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Dungan v. Brandenberg

Supreme Court of Arizona

April 30, 1951

DUNGAN et al.

Reversed and remanded with directions.

Rosenberg & LaVetter and Joseph B. Judge, all of Tucson, for appellants.

Darnell, Robertson & Holesapple, of Tucson, for appellees.

Justice A. T. La Prade, being disqualified, the Honorable Benjamin Blake, Judge of the Superior Court of Graham County, was called to sit in his stead.



Page 519

[72 Ariz. 48] This case was brought by plaintiffs-appellants George and Margaret Dungan, husband and wife, against the Arizona Ice and Cold Storage Company, a corporation, and Philip Brandenberg, an iceman, hereinafter referred to as the "company" and the "driver" respectively. Plaintiffs alleged that the driver was the servant of the company, and that he, while in the scope of his employment, did negligently operate an ice truck and did thereby cause the death of plaintiffs' four-year old son, Jackie Dungan.

The facts as disclosed by the record show that on September 18, 1947, the

Page 520

driver made one of his regular deliveries of ice to the home of the plaintiffs. The driver parked the ice truck about thirty feet from the front of plaintiffs' house in the yard abutting it. Having made the [72 Ariz. 49] delivery he emerged from the house, entered the truck and commenced to back it up. The driver's testimony is conflicting as to just what observations he made relative to the whereabouts of the child before backing up the truck. When the truck had gone backwards about ten feet the driver heard his helper, one Fimbres who was then some distance away, holler, "Stop!" At the same instant he heard the child scream. The driver stopped the truck and retrieved the crushed body of the child which was lying in a prone position underneath the truck between the front and rear wheels. A short time thereafter the child died of his injuries.

The matter was tried before a jury. The trial court, at the close of plaintiffs' case, directed a verdict in favor of the company on the ground that plaintiffs had failed to show that the driver was a servant of said company at the time of the accident. At the close of the whole case, the trial court granted a motion for a directed verdict in favor of the driver on the ground that plaintiffs had failed to prove the negligence on the part of the driver in the death of the child. Plaintiffs' motion for a new trial was denied and they appeal from that order.

Plaintiffs' first assignment of error is that the trial court erred in directing a verdict in favor of the company. Plaintiffs contend initially that the company was the owner of the ice truck in question and then relies on the cases of Baker v. Maseeh, 20 Ariz. 201, 179 P. 53, 55, and Consolidated Motors, Inc., v. Ketcham, 49 Ariz. 295, 66 P.2d 246, which he asserts raise the presumption that the driver was the company's servant. The first cited case unequivocally holds that: "* * * proof of ownership is prima facie evidence that the driver of a vehicle causing damage by its negligent operation is the servant or agent of the owner and using the vehicle in the business of the owner." The latter case confirms the former. The evidence as to the ownership of the truck is in conflict. The record shows that the truck was registered with the Department of Motor Vehicles in the name of the company and that the truck license plates had been issued to it; the company was designated as the owner on the certificate of title. The driver testified that prior to the accident he had purchased the truck from the company, had given it a down payment thereon, and had executed a mortgage on the truck to the company for the balance of the purchase price. If the company were the owner, plaintiffs would be entitled to the presumption set out in the cited case. Because the evidence was in conflict and since the only evidence disputing ownership in the company was the testimony of the driver, an interested party, plaintiffs were entitled to have the jury consider [72 Ariz. 50] whether or not the company was the actual owner and thereby determine plaintiffs' right to the presumption.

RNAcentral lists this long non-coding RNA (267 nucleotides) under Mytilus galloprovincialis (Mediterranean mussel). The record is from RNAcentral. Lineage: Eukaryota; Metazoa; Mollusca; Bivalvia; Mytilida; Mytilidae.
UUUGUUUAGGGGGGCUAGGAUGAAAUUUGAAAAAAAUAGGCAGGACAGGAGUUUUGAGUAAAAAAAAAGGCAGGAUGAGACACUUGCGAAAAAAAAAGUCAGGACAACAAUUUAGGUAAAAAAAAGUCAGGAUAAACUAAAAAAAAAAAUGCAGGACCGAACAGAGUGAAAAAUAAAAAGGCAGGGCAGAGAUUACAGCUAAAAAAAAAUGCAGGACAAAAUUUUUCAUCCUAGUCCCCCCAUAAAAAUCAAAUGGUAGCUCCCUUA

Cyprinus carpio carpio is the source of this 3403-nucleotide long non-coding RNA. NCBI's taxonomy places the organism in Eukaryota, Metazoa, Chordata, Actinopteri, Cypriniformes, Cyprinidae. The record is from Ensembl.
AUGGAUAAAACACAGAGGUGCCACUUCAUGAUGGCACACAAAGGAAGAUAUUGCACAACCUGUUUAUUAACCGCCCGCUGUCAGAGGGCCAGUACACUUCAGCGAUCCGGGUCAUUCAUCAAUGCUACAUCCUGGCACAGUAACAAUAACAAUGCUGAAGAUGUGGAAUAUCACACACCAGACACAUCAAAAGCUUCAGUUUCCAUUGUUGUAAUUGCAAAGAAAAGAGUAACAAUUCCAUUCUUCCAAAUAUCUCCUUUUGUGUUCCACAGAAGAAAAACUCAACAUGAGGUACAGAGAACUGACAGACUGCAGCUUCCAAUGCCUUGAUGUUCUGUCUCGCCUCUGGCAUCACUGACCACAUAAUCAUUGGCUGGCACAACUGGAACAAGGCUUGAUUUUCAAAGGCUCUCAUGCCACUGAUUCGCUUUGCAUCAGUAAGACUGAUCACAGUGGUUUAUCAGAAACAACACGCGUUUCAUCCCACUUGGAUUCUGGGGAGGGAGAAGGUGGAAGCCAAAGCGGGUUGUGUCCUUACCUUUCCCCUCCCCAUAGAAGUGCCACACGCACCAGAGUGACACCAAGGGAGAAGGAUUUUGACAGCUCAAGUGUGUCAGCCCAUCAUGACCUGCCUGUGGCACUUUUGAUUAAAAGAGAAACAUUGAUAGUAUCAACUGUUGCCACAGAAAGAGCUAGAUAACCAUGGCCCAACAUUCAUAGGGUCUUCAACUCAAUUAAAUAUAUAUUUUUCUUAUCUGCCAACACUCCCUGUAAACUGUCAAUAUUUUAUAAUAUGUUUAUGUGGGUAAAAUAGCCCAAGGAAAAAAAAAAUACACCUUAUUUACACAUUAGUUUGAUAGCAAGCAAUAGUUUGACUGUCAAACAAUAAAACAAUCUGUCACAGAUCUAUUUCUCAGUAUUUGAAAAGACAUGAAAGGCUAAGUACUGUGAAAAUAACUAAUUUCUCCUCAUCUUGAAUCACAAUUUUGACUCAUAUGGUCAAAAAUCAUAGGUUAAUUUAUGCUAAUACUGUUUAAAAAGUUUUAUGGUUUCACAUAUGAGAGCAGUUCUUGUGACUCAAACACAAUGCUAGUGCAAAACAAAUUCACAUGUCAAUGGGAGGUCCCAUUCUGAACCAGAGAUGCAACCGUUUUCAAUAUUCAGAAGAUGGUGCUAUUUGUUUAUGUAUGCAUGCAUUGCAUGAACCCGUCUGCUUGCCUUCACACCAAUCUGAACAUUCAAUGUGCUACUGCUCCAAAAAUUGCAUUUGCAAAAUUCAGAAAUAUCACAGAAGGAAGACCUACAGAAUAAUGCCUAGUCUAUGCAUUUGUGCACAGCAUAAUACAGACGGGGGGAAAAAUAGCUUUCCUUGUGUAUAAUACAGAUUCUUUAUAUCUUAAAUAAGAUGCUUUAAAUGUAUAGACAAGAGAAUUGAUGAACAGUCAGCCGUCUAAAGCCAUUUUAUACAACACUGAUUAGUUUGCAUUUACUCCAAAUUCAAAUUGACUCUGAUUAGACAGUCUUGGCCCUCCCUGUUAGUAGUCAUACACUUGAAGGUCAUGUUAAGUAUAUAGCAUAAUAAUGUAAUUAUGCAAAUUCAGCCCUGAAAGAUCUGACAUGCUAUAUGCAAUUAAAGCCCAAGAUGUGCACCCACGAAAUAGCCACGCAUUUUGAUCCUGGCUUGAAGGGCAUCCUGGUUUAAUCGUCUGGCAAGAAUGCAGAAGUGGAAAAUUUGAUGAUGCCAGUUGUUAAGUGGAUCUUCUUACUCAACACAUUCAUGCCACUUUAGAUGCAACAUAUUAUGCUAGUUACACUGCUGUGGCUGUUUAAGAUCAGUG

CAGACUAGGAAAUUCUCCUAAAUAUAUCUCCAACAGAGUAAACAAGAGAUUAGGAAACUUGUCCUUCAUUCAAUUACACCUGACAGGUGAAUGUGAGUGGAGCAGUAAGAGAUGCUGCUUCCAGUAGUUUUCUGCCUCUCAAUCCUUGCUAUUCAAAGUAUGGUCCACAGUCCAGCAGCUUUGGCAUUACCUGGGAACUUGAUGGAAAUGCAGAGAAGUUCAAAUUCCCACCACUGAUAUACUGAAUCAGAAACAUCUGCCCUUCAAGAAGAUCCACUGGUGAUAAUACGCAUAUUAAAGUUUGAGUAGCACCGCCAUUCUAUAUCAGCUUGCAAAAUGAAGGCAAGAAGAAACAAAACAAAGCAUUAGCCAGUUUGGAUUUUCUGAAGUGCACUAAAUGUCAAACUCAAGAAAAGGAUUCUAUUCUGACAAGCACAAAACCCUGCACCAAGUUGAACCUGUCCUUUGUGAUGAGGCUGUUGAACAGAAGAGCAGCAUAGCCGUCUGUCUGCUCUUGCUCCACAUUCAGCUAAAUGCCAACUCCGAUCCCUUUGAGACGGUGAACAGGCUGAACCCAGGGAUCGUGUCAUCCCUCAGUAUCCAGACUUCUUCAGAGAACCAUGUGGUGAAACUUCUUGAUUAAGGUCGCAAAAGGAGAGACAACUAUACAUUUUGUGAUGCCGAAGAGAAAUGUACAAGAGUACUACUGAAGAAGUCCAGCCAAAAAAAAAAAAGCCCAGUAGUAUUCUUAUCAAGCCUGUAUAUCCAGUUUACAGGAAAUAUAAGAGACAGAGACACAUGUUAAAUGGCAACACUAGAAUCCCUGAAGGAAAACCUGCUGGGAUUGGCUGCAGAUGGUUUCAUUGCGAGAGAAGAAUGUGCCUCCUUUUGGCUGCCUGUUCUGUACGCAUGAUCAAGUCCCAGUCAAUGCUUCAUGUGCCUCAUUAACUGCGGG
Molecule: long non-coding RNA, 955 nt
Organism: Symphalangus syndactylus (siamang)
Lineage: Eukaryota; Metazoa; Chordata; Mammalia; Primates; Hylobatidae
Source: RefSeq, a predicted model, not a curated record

It must be further noted at this point that the plaintiffs' case does not necessarily hinge on the ownership of the truck. Even though the company was the owner of the truck it does not necessarily follow that the driver was its servant, and conversely, it is entirely possible that the driver may have been the servant of the company at the time of the accident even though he himself, and not the company, was the owner. While it is true that in that event plaintiff would not have the benefit of the aforementioned presumption, still the question of master-servant relationship remains. Once again the evidence is in conflict. The driver's name and the company's telephone number appeared on the side of the truck. According to the contract between the driver and the company, the former could sell ice only in a territory defined and limited by the latter. The driver ...

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